It’s almost as if HHS was hoping reporters would misreport their findings in a way that made the problem sound worse.

Yes, Says Virginia, There Are Limits on Federal Power

Today, the Fourth Circuit became the first appellate court in the nation to enter the Obamacare fray.  It heard two very similar cases back-to-back, Liberty University’s, in which the government won in the district court, and the Commonwealth of Virginia’s, in which Judge Henry Hudson struck down the individual mandate back in December.  Going into the hearing, Virginia Attorney General Ken Cuccinelli’s legal team had done a wonderful job setting out the reasons why Hudson was correct and why Congress went too far in asserting the unprecedented power to compel people to enter into contracts with private insurance companies.  I was proud to sign Cato’s brief supporting that position and continue to maintain that the federal government cannot require people to buy goods or services under the guise of regulating interstate commerce.  Moreover, the individual mandate is the linchpin of the overall legislative scheme (as everyone concedes), so if it falls, the rest of the law—at least its central provisions—must fall with it.

Indeed, the Fourth Circuit judges—a Clinton appointee and two Obama appointees, in a random selection unfortunate to the challengers—struggled with the idea that Congress could regulate “inactivity.”  The government—which has now determined that the challenges are so serious as to send the solicitor general to argue in lower courts—claimed that Congress can do anything it wants relating to anything that in any way affects a national market such as that for health care.  Given that decisions not to buy insurance, or to self-insure, or not to pay for health care until presented with a bill, clearly have a substantial effect on interstate commerce, the argument went, Congress can require people to buy health insurance.  The judges seemed to agree to a certain extent but were still troubled by the textual truism that a power to “regulate” implies an active object or activity that is being regulated.  And indeed, if a “decision” not to buy something or the state of not having acquired something is all that is required to invoke congressional jurisdiction, then the Constitution’s enumerations of federal power mean absolutely nothing.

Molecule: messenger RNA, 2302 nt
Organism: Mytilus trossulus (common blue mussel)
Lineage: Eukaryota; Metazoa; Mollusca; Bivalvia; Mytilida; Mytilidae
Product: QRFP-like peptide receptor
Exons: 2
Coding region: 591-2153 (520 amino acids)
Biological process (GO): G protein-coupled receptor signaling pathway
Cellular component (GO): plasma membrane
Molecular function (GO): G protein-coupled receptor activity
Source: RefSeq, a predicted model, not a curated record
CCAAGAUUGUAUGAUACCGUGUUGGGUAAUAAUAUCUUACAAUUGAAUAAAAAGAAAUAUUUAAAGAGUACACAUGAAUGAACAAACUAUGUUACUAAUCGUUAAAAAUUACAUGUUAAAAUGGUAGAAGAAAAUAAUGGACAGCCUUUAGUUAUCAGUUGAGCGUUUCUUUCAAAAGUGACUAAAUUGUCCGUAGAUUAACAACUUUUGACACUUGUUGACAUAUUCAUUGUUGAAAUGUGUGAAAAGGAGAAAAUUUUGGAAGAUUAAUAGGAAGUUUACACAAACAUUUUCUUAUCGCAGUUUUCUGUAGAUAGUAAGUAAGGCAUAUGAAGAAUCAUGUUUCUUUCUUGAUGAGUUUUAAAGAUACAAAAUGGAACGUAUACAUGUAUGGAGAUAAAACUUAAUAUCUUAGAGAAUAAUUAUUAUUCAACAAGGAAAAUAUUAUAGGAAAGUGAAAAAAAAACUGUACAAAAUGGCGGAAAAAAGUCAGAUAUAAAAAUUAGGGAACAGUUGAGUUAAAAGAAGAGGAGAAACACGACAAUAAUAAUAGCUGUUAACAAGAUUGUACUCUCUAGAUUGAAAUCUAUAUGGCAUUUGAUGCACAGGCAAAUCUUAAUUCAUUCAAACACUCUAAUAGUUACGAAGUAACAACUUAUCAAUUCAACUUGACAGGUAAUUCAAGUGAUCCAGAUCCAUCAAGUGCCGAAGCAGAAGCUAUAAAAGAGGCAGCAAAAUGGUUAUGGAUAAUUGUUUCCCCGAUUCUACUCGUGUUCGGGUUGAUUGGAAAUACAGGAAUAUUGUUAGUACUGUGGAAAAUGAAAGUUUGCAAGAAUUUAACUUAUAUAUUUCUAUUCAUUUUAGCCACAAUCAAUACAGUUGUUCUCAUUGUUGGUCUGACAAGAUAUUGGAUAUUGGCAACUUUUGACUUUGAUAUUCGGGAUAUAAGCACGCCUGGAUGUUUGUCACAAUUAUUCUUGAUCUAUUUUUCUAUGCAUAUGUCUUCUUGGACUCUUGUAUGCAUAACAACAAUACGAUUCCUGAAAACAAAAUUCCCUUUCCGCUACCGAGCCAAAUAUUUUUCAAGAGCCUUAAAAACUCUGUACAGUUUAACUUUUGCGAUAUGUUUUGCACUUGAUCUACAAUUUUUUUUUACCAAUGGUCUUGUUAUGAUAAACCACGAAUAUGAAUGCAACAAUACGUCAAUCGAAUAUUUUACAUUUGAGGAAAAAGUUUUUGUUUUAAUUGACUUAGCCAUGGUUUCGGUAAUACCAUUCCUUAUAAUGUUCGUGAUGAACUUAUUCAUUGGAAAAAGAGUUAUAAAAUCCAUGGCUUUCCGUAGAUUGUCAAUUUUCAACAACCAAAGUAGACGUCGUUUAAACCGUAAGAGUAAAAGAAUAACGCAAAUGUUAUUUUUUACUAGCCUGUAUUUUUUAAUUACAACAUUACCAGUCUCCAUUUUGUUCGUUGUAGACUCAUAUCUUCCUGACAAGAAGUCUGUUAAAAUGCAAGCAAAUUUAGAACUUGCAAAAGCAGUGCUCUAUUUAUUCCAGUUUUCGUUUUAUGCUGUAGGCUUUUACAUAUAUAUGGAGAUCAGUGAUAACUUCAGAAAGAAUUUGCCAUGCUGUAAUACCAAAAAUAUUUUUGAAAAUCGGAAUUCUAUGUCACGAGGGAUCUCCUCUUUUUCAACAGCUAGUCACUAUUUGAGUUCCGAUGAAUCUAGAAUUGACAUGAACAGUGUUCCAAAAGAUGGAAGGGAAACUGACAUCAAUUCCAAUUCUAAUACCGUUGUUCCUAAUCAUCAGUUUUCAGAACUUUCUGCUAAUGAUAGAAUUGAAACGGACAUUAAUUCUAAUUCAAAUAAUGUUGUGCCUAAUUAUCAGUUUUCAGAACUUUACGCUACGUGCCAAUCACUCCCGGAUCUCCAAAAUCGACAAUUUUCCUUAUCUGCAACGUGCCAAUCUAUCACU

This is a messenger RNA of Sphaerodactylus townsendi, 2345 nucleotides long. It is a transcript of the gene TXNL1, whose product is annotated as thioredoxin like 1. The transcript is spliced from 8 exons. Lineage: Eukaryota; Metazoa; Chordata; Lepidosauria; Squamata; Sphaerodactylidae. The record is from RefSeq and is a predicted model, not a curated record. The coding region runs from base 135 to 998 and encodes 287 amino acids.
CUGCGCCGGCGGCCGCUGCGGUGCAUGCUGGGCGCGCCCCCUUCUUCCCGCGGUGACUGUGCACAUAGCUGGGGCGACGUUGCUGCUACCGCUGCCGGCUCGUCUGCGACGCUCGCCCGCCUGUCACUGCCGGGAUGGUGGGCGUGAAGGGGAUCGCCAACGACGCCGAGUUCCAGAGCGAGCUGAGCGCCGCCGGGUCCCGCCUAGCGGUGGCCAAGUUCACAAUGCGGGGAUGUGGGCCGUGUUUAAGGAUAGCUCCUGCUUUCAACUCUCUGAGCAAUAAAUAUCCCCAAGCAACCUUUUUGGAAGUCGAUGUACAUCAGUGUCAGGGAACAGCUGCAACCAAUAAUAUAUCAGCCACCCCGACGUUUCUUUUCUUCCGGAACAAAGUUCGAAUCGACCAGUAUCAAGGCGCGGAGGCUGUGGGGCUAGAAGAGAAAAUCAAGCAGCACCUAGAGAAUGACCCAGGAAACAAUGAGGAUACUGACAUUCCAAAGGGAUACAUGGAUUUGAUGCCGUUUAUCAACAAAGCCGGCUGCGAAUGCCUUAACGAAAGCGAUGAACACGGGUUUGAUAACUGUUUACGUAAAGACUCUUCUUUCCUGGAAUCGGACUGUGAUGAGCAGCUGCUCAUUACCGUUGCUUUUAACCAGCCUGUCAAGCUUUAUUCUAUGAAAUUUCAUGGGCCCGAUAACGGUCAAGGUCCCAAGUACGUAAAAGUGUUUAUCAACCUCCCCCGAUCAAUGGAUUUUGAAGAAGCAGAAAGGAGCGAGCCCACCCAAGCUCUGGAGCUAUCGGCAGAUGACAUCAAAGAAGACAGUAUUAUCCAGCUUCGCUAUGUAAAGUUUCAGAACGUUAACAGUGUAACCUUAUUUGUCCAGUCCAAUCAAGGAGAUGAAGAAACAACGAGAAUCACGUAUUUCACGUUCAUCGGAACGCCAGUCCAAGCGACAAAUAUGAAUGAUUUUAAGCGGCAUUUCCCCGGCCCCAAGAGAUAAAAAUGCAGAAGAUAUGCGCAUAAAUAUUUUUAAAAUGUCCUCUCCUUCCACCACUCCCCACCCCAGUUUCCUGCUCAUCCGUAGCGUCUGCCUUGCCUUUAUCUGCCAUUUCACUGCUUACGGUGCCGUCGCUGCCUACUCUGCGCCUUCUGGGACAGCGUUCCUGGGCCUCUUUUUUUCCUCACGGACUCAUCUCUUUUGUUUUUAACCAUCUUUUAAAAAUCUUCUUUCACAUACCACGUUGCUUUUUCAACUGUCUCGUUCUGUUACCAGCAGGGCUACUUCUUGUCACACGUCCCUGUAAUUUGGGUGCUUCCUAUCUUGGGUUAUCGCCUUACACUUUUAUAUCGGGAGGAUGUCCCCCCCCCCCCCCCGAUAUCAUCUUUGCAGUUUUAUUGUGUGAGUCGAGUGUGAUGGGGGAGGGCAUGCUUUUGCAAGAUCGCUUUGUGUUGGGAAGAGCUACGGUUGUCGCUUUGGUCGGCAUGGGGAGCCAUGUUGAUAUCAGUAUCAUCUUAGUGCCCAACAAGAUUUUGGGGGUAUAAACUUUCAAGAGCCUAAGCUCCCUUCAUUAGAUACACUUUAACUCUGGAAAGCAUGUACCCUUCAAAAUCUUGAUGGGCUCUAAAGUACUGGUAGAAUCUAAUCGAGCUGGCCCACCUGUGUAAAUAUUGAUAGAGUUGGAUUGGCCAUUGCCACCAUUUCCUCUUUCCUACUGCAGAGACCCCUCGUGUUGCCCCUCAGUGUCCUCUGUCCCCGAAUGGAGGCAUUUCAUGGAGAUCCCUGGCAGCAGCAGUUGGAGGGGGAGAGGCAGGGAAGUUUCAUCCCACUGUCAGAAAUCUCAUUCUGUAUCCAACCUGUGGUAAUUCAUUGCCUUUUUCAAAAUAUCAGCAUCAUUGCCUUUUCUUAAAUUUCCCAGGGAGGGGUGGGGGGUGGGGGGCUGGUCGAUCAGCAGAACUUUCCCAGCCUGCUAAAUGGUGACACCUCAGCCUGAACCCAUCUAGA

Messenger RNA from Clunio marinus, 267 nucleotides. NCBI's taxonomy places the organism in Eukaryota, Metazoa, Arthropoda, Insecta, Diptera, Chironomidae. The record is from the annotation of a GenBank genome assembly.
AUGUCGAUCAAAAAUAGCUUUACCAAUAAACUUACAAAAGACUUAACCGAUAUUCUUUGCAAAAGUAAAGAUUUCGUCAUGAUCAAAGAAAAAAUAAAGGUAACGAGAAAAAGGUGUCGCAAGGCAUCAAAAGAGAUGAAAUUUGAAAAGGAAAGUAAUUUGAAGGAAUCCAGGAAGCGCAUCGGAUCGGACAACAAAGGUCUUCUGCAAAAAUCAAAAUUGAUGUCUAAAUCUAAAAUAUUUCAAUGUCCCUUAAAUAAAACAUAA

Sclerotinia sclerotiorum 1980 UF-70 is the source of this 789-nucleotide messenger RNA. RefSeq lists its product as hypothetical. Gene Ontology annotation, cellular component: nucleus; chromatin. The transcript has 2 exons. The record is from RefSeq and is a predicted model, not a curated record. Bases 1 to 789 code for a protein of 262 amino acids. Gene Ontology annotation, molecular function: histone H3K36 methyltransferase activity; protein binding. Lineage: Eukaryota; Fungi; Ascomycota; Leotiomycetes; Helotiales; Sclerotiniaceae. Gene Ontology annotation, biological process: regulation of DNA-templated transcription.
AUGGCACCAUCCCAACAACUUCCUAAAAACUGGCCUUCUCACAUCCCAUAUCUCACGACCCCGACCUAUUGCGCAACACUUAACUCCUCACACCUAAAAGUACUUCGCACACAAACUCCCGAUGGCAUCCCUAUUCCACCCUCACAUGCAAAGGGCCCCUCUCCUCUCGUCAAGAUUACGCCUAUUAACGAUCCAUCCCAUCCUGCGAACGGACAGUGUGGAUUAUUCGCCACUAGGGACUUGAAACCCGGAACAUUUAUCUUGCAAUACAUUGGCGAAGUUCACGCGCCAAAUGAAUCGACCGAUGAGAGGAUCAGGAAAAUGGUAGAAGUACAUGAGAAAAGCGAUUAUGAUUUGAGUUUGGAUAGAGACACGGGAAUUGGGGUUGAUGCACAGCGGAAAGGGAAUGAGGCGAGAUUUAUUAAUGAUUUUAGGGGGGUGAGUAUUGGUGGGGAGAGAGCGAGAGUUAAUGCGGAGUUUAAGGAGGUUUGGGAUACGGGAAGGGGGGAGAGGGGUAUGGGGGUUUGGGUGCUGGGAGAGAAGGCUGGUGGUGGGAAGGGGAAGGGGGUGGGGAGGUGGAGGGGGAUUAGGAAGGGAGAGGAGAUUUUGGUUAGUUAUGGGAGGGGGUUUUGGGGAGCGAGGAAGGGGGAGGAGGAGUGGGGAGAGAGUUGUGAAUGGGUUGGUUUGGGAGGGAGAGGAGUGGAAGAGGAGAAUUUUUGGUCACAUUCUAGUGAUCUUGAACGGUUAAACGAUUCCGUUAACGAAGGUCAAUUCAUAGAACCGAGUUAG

The government is understandably unconcerned with articulating a principled limit on its own power, and this particular panel of judges may find some way to avoid dealing with the activity/inactivity conundrum, but one can only hope that the Supreme Court ultimately rejects the claim that Congress can grant itself unlimited power simply by legislating in an area of great national concern.

Starting at 2pm Eastern, you can stream the oral arguments from the Court’s website here.

When Fighting ObamaCare, the Pen Is Mightier…

On Wednesday, the opening brief for the 26 states challenging ObamaCare was filed in the Eleventh Circuit. Also filed was the brief for the co-plaintiff, the National Federation of Independent Business. (Ilya Shapiro previously blogged about the filings here.) The government is appealing from Judge Roger Vinson’s stirring decision striking down all of the Affordable Care Act (ACA). (An edited version of that decision is available here.)

Because the challenge to Obamacare is the most important constitutional question in many decades, and because the case will have substantial ramifications for the health of our citizens as well as the health of our system of supposedly limited government, Cato is breaking protocol (we usually just get involved at the Supreme Court level) and filing amicus briefs in nearly every circuit in which a challenge is being made, at nearly every stage of litigation. Next week, we will also be filing in the Eleventh Circuit.